1. Cut the stems at a 45 degree angle and don't let leaves sit in water. The angle increases absorption, and soaking leaves will decay.
2. Change the water and cut the ends daily.
3. Keep your flowers away from direct sunlight and ripening fruit. The latter emits ethylene gas; this hormone, an expert from the Brooklyn Botanical Garden explains, "causes buds to remain closed, petals to have poor color, and flowers to have a shortened vase life."
4. Add a little sugar or even a penny. The sugar will feed the flowers, but it can cause bacteria to grow (so it's even more important to change the water regularly). The copper in pennies is thought to work like an acidifier.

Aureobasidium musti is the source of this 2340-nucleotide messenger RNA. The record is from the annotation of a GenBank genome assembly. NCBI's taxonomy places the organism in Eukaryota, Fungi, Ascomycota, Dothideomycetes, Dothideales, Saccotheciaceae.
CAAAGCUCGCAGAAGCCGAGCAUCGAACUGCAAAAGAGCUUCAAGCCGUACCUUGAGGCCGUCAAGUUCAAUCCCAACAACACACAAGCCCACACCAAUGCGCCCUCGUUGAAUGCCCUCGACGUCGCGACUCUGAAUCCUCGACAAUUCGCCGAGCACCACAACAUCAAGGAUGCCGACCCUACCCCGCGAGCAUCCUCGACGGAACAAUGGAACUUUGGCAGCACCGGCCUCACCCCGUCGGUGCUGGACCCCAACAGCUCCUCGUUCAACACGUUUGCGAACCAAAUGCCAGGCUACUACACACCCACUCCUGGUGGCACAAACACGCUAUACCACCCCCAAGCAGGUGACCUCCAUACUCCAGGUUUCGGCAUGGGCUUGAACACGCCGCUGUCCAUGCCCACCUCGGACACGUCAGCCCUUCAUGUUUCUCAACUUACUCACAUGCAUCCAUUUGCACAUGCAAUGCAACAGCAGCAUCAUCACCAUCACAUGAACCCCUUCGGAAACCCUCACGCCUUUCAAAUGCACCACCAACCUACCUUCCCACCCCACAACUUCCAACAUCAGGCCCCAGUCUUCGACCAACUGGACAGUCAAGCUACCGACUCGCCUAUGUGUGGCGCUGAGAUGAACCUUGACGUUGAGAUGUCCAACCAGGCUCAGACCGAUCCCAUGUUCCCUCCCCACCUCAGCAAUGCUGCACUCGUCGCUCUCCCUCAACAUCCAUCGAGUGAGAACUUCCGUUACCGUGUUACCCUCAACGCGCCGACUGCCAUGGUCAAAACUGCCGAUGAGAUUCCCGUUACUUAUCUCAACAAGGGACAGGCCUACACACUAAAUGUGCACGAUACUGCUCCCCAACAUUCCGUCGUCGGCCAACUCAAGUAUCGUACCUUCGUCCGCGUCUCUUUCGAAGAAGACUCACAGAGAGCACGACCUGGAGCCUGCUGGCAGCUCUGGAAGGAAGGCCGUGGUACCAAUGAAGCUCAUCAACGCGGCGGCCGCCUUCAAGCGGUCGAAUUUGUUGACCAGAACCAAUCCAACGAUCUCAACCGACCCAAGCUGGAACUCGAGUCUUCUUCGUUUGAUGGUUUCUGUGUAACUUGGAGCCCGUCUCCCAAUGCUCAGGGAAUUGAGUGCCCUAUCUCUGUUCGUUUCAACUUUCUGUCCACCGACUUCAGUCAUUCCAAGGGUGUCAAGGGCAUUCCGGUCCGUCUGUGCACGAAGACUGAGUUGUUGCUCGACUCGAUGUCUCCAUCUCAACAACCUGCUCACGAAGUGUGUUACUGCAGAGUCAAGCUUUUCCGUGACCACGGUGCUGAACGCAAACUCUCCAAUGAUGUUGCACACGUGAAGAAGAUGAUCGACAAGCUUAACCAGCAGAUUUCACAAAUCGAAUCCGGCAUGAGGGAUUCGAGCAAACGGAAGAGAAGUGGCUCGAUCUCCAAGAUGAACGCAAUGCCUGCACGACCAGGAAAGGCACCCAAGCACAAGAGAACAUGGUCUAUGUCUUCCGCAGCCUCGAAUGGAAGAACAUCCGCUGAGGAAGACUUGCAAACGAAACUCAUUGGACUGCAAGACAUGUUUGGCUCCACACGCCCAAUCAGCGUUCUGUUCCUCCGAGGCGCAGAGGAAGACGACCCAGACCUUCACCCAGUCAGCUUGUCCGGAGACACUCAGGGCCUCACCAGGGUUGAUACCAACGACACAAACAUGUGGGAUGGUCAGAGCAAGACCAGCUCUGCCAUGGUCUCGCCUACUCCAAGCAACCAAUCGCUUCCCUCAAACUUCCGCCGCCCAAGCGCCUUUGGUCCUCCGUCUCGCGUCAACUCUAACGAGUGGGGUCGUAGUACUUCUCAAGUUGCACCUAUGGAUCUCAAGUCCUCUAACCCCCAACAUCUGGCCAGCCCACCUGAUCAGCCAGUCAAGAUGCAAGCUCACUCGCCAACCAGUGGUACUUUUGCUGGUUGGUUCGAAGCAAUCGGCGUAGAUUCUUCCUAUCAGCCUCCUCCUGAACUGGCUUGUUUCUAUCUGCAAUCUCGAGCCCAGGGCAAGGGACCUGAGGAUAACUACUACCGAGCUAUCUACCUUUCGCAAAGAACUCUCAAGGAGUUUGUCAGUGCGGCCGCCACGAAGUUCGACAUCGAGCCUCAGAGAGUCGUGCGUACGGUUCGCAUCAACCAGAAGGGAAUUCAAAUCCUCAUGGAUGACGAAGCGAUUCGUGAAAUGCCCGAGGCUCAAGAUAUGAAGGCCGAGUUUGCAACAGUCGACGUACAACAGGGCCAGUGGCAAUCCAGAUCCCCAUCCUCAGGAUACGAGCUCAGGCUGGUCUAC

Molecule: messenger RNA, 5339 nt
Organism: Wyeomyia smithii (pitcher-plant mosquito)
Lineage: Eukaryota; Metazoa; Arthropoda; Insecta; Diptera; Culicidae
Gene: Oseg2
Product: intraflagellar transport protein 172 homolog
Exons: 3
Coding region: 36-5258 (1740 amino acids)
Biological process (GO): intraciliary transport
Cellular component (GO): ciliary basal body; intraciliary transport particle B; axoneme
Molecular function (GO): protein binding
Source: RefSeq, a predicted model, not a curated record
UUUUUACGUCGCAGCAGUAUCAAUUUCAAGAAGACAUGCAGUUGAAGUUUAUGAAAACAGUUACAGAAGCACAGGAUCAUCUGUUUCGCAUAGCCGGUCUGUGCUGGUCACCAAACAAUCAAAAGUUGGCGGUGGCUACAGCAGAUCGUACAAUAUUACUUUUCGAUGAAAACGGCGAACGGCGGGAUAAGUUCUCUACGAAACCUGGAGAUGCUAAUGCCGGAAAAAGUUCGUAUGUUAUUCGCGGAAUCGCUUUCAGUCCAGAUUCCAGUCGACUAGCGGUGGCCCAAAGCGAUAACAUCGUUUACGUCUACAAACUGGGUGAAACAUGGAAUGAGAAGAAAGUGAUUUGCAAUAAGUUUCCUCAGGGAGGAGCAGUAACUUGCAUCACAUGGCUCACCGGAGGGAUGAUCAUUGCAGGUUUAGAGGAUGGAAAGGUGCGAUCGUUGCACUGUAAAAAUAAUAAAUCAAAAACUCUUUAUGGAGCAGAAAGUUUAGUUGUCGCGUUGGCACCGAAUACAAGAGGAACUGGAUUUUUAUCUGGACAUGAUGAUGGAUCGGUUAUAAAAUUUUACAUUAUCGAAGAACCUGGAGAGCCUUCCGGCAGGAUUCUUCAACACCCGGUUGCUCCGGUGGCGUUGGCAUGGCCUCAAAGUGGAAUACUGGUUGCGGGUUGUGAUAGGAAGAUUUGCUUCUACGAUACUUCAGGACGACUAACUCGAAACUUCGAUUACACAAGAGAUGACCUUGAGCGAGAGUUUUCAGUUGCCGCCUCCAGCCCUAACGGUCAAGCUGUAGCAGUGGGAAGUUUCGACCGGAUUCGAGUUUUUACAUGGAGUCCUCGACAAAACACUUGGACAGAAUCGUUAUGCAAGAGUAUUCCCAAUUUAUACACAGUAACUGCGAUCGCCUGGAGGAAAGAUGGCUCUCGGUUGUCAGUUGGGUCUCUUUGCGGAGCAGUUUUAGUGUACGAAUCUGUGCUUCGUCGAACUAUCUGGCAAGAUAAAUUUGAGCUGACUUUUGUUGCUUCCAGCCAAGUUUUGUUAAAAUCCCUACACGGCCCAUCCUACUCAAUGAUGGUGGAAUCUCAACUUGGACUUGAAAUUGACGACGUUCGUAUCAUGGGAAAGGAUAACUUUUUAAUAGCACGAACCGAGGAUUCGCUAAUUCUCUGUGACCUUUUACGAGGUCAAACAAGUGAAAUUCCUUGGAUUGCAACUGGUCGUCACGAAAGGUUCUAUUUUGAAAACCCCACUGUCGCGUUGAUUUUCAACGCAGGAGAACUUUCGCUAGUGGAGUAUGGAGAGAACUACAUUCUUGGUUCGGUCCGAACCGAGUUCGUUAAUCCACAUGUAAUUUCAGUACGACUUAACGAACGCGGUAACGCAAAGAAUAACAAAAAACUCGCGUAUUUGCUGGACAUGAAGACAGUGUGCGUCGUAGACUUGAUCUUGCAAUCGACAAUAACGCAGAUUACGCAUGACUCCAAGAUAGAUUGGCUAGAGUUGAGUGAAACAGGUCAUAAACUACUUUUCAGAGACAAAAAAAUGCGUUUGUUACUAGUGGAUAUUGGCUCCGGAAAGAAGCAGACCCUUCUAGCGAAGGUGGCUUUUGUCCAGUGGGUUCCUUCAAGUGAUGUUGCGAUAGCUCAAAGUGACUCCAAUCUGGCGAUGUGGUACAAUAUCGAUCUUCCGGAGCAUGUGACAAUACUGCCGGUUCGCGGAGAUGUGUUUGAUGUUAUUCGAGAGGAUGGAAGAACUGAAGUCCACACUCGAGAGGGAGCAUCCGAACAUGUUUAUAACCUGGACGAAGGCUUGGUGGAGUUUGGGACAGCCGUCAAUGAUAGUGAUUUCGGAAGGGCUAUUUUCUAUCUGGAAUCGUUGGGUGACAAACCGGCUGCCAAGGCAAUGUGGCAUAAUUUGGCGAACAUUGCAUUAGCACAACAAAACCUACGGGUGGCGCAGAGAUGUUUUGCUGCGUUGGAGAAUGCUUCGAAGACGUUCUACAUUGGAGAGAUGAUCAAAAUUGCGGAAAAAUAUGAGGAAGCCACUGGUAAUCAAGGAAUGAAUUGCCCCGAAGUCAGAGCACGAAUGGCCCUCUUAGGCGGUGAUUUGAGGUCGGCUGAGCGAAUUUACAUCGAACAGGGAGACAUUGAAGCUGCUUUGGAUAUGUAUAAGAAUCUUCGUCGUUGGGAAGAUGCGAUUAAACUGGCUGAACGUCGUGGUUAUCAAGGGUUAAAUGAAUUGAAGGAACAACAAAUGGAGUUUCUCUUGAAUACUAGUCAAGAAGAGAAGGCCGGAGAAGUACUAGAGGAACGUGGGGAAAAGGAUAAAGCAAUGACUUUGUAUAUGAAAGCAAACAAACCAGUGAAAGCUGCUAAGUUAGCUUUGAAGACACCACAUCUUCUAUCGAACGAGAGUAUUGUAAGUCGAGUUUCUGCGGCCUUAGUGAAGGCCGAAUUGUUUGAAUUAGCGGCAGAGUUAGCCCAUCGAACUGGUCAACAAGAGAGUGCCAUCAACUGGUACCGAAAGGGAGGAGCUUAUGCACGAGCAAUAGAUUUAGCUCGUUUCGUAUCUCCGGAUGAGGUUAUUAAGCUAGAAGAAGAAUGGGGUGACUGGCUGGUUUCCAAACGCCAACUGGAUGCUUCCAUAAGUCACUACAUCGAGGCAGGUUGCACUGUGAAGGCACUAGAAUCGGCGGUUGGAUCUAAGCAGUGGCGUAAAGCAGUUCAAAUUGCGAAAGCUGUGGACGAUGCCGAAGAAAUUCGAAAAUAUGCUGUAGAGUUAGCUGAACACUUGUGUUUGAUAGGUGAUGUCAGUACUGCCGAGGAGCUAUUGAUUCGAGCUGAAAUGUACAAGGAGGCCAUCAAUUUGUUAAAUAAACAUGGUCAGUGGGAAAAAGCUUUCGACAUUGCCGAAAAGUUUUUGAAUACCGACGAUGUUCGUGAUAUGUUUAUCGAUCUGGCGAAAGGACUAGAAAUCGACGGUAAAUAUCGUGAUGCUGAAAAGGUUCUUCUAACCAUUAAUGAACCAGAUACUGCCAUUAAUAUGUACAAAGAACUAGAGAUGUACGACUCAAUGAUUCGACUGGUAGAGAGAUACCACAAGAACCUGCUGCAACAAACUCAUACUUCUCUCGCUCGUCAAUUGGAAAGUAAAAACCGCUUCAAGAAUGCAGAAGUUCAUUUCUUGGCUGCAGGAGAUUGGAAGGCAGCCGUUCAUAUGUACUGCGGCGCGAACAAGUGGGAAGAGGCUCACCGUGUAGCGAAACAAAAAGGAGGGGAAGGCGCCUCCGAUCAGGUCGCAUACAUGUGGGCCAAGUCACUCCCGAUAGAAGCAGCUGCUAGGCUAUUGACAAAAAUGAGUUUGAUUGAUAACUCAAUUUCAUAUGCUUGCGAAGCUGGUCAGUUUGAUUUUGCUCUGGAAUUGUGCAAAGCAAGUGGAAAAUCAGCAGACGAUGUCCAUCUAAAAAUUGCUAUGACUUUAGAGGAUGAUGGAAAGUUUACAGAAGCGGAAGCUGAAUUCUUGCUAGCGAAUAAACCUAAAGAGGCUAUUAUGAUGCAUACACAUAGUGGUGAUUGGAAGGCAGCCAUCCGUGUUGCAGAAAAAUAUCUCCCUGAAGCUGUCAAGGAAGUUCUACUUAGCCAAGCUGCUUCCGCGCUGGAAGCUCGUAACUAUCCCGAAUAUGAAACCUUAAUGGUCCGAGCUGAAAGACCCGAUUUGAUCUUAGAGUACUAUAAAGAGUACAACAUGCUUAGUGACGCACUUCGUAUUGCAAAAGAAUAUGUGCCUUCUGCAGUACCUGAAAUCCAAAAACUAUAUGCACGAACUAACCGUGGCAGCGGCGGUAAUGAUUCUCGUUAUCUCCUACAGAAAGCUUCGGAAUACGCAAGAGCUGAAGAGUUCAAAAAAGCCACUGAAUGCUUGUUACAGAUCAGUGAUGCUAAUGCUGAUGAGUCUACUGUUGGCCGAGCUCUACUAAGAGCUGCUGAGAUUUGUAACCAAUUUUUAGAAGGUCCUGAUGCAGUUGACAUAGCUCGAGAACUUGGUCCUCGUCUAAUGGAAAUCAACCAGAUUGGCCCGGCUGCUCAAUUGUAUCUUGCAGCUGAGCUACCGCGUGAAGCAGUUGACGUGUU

To see a comparison of how tulips treated with fresh water, sugar, bleach, pennies, Listerine, aspirin, and plant food match up over a week, see this slide show from Real Simple. For more tips on care for specific types of flowers, follow advice from the Brooklyn Botanical Garden.